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Liberty, Justice and the State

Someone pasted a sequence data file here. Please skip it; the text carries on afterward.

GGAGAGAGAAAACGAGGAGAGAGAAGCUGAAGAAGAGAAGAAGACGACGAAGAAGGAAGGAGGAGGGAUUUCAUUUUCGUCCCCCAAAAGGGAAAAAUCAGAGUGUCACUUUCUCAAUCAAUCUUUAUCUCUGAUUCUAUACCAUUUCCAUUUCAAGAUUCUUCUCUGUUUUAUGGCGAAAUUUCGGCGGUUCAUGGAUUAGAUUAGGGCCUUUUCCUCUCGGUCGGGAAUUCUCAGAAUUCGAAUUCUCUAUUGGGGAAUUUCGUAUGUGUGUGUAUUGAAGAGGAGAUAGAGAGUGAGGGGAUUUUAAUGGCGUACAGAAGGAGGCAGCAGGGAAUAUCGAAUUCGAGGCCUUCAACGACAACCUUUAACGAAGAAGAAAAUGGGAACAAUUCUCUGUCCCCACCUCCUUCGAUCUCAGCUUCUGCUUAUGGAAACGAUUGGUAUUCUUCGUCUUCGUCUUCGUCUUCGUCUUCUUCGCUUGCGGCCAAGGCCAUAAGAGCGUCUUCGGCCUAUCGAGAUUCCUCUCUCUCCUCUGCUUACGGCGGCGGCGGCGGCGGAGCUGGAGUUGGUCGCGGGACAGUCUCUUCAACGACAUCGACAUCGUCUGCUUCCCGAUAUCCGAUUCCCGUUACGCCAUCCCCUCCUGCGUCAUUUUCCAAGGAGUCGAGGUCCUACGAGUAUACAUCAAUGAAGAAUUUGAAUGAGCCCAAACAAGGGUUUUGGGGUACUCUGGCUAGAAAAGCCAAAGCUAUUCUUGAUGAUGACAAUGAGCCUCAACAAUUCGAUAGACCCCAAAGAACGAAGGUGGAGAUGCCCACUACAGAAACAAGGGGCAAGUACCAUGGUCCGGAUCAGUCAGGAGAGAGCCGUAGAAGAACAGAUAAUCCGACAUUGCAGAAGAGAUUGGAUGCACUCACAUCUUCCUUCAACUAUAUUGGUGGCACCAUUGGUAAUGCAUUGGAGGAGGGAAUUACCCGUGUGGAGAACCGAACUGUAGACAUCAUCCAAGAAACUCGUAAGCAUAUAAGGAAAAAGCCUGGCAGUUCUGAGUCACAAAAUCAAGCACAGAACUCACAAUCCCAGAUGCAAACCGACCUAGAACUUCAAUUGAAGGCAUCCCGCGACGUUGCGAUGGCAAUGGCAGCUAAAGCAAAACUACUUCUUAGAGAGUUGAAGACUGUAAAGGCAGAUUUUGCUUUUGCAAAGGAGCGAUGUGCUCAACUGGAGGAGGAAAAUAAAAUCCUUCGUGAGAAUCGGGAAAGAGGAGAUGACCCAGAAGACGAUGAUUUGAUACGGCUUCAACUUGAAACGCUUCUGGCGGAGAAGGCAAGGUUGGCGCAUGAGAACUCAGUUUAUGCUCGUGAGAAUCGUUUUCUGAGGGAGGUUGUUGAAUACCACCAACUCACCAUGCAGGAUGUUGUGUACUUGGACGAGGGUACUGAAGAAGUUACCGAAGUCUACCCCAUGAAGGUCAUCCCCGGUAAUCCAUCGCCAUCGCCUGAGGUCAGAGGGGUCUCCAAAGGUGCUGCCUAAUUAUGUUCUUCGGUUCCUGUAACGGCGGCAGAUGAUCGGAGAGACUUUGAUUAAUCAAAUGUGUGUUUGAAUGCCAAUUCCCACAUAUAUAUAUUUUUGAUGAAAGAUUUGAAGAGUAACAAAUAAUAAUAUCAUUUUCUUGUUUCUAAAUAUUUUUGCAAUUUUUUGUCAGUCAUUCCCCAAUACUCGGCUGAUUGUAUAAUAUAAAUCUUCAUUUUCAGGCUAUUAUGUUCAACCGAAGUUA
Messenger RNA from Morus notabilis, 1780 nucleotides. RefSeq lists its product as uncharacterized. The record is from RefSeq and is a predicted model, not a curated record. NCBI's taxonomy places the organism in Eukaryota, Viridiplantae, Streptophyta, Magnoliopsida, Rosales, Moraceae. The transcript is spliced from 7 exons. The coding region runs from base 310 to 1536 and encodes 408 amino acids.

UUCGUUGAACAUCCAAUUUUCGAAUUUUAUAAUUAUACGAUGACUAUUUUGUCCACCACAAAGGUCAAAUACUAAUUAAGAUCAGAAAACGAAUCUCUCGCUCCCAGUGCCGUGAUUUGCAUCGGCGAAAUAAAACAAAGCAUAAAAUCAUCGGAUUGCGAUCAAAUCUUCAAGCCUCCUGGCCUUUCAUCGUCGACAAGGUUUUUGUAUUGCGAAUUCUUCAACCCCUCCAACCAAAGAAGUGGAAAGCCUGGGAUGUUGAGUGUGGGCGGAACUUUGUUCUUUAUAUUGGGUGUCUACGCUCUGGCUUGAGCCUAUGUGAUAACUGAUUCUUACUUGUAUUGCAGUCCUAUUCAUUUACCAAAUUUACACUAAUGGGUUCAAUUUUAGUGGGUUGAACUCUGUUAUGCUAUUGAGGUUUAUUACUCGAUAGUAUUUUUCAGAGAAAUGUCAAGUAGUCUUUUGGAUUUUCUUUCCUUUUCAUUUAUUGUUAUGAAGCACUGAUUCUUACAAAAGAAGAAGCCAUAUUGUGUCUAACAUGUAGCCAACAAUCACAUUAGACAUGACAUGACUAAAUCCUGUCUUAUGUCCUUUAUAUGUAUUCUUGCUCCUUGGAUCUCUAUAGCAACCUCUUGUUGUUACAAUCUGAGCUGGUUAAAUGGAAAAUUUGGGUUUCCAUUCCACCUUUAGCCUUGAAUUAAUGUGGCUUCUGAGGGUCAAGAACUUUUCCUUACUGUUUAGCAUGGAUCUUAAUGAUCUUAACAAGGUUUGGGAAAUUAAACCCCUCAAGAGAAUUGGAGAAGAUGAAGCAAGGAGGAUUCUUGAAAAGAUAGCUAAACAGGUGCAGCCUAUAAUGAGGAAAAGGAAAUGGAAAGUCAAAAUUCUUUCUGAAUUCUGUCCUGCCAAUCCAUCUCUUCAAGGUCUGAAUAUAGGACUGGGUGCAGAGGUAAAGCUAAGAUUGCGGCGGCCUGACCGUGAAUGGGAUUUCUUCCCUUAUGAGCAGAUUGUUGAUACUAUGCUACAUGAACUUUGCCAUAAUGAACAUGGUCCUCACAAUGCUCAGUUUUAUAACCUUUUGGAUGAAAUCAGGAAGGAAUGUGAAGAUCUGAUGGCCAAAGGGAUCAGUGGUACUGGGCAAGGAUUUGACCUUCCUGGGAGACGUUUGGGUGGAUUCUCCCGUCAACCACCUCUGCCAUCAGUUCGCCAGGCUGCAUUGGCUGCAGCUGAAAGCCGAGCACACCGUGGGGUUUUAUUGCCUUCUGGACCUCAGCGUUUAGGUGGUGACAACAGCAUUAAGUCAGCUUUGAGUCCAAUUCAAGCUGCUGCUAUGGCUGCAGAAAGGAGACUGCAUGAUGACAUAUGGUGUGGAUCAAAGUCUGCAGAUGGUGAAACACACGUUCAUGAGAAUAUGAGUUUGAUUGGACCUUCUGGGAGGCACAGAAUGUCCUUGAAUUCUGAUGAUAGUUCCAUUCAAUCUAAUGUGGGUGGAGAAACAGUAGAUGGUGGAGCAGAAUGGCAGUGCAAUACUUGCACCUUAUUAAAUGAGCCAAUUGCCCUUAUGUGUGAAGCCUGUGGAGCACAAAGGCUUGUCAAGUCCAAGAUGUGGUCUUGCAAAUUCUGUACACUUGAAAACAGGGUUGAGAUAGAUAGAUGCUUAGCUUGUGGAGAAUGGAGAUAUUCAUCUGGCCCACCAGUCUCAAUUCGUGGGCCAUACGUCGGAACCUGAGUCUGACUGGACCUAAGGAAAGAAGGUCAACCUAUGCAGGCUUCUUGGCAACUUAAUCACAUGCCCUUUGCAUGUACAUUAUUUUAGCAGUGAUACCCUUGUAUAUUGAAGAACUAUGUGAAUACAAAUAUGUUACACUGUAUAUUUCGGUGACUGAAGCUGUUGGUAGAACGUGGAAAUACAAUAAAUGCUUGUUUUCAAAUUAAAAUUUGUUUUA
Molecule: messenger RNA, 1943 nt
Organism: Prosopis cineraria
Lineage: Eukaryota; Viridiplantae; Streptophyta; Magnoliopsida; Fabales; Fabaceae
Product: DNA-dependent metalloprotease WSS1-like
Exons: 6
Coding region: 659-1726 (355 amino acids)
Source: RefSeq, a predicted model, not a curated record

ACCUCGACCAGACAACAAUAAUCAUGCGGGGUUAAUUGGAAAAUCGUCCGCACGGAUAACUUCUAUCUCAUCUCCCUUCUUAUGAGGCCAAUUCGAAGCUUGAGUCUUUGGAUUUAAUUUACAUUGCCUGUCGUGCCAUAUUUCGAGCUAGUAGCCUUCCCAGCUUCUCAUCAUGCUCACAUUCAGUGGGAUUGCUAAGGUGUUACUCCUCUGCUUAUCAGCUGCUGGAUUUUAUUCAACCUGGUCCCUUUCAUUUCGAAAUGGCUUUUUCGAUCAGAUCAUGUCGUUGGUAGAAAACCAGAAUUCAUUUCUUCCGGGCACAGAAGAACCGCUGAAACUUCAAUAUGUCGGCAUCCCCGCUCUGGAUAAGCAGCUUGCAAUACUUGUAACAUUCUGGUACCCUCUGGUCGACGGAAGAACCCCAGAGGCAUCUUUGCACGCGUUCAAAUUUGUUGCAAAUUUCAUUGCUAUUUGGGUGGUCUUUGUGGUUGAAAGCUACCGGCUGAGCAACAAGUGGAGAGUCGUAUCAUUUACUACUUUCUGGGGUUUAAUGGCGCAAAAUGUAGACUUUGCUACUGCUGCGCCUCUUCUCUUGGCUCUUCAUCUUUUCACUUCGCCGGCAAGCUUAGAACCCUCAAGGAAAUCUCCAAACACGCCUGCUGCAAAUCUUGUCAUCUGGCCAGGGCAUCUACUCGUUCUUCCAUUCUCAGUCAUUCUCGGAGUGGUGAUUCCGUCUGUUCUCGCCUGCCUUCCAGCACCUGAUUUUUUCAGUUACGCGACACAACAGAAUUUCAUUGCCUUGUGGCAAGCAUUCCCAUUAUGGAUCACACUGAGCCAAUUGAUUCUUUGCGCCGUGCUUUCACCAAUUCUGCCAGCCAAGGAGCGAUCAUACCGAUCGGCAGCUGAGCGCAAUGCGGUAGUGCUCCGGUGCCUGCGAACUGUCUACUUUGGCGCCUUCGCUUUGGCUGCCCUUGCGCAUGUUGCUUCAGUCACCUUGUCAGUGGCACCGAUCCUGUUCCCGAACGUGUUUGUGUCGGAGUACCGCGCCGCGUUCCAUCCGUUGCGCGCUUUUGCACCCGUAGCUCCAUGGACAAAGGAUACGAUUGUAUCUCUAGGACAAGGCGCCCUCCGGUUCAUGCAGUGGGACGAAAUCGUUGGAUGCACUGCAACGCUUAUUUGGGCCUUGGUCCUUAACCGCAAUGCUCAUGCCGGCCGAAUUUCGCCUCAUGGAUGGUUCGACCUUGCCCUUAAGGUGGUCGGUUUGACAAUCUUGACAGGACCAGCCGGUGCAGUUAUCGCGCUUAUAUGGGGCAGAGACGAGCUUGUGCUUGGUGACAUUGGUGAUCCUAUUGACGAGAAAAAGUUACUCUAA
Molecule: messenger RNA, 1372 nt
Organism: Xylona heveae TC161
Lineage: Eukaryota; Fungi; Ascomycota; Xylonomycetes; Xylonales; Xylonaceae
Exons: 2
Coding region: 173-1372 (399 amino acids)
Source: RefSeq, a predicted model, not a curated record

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Politics could be described as a kind of bartering that enables us to overcome the discontinuities in our lives by resolving conflicts in a peaceful, rather than unruly, manner and seeking a sphere in which there is some common or general accord. It is thus the art of compromise, conciliation, and negotiation rather than brute or naked force where it concerns meaningful and effective decision-making. It is also an attempt at establishing some legitimate authority in response to the different needs that arise in society and at creating a system of benefits and burdens that are binding to all. To this extent, it is about the means and not the end—or at least the sufficiency of any means as opposed to the morality of any end. To achieve what is good is thus to achieve what is useful or to at least achieve the best strategy or plan that suits the circumstance at hand. In this case, we do not say that if the end is right or wrong, then the means are value-free. Instead, we say that since the means are value-laden, then the end is value-free. Given that wielding a blunt instrument to achieve a result is neither ethical nor unethical, the best we can hope for is a more ethical approach to the fashioning of any singular or conjugate set of means. So it is with our diplomats in their global dealings and our policy makers in the world of home affairs. There is another view, however, that suggests the difference between the political and the nonpolitical hinges on the distinction between a public and a private life with the assumption that what is true for one must also be true for the other. That is that politics is an ethical activity that replaces right behavior with just behavior and that it is the pursuit of human betterment through ostensibly public means just as ethics is the pursuit of human betterment through ostensibly private means. In answer to the question where this line should be drawn, the most common response is between civil society and that entity we call the state. State institutions—such as the government, the judiciary, and the armed forces—could be regarded as public because they touch all aspects of communal life. On the other hand, institutions such as family, business conglomerates, trade unions, and divers clubs could be regarded as private because they support only limited aims and are voluntary to join as well as voluntary to quit (although, of course, not voluntary for joining in the case of the family). This may also generate a particular perception of public life as being good in one sense but bad in another. Participation in the activities of the state may be deemed worthwhile if this is seen to involve interaction among individuals who are both free and equal in their regard for one another. On the other hand, state participation may be seen in a negative light if this limits the range of our choices, especially if it interferes with family commitments and everyday leisure pursuits. But if politics is concerned principally with questions about the state, a related question concerns its origin—whether it has evolved naturally or whether it is a purely human artifice borne of certain indispensable needs. This controversy has a long history, dating back to the Greeks, and Aristotle is typical in the kind of approach that supports the former. Political associations are regarded as natural progressions, starting with those that are simple and working toward those that are more complex. The pairing of a male and a female is essential for the sake of procreation, and that introduces the basic unit of a family. The pairing of a master and a slave is essential for the sake of rulership, and that introduces the primacy of mental agility over physical strength. What we mean by the head of any household is then extended to the head of any village. Although in this case, the lord or master acquires a certain status that demands the strict loyalty of his subjects.

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